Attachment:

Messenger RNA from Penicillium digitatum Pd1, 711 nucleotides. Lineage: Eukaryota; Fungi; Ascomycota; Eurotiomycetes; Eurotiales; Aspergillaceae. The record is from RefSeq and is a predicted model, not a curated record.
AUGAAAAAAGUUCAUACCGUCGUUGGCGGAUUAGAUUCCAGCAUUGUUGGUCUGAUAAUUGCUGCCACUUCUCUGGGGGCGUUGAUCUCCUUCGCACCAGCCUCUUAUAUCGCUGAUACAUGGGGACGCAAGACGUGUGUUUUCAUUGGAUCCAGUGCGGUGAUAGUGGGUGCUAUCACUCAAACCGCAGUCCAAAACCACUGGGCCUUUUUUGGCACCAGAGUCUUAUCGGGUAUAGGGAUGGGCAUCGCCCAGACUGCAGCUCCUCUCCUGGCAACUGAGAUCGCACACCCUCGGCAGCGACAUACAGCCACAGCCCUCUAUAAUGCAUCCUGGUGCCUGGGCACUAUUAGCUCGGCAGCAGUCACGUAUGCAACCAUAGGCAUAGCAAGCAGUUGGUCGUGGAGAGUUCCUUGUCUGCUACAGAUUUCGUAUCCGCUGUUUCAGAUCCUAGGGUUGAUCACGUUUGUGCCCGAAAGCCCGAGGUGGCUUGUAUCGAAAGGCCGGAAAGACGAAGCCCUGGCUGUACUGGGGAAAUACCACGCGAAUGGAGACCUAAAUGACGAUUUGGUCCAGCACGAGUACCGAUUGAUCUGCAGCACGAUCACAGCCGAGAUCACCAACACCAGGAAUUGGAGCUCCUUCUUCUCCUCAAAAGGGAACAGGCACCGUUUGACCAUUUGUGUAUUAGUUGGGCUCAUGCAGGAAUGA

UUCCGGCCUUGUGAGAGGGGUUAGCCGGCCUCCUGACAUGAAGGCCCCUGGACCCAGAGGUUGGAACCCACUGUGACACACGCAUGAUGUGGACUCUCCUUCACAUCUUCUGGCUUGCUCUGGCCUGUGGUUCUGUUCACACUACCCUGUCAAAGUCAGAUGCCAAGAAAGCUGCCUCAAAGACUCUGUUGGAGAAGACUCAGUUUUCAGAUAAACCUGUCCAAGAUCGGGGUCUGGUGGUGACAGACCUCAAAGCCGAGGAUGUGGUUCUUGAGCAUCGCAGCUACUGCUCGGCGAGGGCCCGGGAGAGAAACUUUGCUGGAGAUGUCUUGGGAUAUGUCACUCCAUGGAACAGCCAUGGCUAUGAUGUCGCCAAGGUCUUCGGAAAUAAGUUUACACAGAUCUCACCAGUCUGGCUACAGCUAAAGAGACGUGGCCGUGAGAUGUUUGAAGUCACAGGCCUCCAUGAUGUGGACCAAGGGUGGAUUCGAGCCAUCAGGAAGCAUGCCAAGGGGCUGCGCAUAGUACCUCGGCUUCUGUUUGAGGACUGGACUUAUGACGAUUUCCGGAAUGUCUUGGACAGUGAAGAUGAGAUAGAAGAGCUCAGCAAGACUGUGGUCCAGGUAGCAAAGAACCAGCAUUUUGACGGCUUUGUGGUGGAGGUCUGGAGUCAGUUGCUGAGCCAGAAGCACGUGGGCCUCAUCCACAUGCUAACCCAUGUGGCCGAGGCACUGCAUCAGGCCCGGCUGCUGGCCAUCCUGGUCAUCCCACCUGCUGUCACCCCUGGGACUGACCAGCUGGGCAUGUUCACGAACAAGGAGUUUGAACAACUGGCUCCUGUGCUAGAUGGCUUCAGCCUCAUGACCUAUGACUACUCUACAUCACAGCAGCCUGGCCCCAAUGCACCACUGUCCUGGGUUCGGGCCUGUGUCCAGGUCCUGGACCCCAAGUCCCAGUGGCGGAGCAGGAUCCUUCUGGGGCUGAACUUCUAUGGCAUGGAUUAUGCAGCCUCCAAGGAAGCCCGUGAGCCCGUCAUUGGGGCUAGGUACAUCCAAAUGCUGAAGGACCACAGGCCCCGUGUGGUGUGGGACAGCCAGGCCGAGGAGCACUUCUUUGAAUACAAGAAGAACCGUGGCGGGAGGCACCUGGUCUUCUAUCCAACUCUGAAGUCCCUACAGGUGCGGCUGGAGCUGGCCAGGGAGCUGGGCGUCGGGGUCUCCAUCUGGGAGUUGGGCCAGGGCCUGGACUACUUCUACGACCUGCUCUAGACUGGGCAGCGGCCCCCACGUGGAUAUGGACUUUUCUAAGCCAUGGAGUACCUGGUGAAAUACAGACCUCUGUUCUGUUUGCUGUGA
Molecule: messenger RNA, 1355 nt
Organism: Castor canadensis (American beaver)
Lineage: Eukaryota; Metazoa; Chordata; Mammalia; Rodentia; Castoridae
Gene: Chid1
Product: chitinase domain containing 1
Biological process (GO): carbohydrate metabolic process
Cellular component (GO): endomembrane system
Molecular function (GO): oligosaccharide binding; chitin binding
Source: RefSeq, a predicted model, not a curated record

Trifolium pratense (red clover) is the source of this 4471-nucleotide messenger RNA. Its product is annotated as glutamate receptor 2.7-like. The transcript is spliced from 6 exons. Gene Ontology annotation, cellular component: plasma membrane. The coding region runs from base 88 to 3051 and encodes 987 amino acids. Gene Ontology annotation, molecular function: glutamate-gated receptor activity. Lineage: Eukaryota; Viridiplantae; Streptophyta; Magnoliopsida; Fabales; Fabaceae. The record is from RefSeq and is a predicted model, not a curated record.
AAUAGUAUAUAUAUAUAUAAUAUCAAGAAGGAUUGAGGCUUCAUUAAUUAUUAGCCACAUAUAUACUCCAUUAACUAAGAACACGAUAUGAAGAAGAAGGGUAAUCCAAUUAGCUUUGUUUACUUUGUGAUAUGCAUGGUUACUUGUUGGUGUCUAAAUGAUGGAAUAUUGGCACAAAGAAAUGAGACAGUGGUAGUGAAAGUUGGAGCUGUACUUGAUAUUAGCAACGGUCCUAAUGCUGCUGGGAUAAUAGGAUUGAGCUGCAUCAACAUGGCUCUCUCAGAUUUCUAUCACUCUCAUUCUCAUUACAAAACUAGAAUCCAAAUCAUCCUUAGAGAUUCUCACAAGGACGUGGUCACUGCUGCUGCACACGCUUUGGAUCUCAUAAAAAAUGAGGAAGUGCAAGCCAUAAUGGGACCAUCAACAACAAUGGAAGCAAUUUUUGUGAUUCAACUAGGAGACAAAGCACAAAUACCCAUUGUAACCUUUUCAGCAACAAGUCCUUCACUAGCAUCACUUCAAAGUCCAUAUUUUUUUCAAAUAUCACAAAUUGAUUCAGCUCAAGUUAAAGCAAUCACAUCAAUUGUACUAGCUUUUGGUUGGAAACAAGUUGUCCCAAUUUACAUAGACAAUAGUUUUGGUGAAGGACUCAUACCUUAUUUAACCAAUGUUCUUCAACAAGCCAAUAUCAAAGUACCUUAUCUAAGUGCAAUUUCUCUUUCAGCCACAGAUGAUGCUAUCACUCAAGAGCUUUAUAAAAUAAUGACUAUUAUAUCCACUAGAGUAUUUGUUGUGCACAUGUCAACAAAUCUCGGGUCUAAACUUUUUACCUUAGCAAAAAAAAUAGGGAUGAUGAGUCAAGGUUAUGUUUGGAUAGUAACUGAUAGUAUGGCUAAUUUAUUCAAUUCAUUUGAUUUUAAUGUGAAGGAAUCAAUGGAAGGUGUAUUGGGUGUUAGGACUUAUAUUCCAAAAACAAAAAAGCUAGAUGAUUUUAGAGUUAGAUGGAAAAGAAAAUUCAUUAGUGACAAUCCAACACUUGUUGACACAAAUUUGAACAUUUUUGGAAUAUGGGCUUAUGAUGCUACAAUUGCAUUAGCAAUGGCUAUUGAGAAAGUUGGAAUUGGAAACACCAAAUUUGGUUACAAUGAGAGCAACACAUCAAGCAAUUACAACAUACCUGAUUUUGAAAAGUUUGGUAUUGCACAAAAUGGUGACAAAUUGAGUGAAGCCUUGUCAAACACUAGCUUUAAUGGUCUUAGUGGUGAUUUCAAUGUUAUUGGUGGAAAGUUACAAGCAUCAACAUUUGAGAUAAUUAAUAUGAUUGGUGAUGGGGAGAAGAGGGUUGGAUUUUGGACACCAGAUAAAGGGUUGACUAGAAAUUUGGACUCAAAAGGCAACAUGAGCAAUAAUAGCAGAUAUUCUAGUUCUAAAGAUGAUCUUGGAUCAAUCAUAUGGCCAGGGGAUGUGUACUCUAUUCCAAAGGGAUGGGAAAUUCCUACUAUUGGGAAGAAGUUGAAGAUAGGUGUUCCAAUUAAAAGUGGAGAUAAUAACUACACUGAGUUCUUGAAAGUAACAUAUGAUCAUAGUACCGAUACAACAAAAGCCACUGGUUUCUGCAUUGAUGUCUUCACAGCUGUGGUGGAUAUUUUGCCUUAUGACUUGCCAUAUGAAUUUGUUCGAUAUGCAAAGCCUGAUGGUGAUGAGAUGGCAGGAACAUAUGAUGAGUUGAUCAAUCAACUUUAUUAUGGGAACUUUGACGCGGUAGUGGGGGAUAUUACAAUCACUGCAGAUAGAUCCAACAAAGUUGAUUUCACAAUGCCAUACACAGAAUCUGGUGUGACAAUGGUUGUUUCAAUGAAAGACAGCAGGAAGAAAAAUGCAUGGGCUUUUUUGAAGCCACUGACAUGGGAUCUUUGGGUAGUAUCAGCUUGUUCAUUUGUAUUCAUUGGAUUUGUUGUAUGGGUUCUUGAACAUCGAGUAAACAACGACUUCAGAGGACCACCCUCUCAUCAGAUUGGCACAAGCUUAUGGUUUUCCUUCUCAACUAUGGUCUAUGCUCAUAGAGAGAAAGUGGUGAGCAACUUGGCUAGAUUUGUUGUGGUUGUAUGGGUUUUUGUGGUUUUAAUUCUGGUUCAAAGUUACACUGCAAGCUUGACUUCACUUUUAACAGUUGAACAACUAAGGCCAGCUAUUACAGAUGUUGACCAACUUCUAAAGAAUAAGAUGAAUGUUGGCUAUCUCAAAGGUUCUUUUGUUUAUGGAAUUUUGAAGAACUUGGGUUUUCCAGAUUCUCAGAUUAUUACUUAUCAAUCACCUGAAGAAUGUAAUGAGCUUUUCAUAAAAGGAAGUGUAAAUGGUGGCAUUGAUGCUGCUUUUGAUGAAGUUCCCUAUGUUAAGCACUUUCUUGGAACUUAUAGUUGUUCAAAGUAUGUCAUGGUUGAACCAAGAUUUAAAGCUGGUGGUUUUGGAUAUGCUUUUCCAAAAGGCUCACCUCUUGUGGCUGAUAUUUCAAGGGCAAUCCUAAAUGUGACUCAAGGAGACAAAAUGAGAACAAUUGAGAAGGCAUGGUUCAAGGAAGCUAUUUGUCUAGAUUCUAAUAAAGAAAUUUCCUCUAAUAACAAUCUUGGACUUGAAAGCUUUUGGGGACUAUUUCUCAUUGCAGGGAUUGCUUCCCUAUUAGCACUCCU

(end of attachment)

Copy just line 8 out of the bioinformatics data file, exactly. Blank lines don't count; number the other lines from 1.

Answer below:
Product: chitinase domain containing 1